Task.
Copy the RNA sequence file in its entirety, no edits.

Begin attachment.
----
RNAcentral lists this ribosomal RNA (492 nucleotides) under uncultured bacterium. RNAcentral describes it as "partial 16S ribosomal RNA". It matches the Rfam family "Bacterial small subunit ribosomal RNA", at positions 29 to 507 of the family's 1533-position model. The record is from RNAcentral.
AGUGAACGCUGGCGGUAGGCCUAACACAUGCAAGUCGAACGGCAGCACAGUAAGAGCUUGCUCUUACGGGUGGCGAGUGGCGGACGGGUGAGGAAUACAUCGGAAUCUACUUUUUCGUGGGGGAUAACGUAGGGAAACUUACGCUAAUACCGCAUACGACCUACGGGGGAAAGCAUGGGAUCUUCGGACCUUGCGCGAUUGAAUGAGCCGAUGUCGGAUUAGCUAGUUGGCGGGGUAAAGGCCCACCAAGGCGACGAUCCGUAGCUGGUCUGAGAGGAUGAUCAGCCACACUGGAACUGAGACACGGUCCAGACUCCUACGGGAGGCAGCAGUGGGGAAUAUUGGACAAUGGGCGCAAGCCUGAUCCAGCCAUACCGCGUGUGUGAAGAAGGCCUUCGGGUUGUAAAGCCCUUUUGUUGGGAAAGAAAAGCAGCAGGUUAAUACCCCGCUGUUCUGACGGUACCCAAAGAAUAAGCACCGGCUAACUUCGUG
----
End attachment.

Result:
RNAcentral lists this ribosomal RNA (492 nucleotides) under uncultured bacterium. RNAcentral describes it as "partial 16S ribosomal RNA". It matches the Rfam family "Bacterial small subunit ribosomal RNA", at positions 29 to 507 of the family's 1533-position model. The record is from RNAcentral.
AGUGAACGCUGGCGGUAGGCCUAACACAUGCAAGUCGAACGGCAGCACAGUAAGAGCUUGCUCUUACGGGUGGCGAGUGGCGGACGGGUGAGGAAUACAUCGGAAUCUACUUUUUCGUGGGGGAUAACGUAGGGAAACUUACGCUAAUACCGCAUACGACCUACGGGGGAAAGCAUGGGAUCUUCGGACCUUGCGCGAUUGAAUGAGCCGAUGUCGGAUUAGCUAGUUGGCGGGGUAAAGGCCCACCAAGGCGACGAUCCGUAGCUGGUCUGAGAGGAUGAUCAGCCACACUGGAACUGAGACACGGUCCAGACUCCUACGGGAGGCAGCAGUGGGGAAUAUUGGACAAUGGGCGCAAGCCUGAUCCAGCCAUACCGCGUGUGUGAAGAAGGCCUUCGGGUUGUAAAGCCCUUUUGUUGGGAAAGAAAAGCAGCAGGUUAAUACCCCGCUGUUCUGACGGUACCCAAAGAAUAAGCACCGGCUAACUUCGUG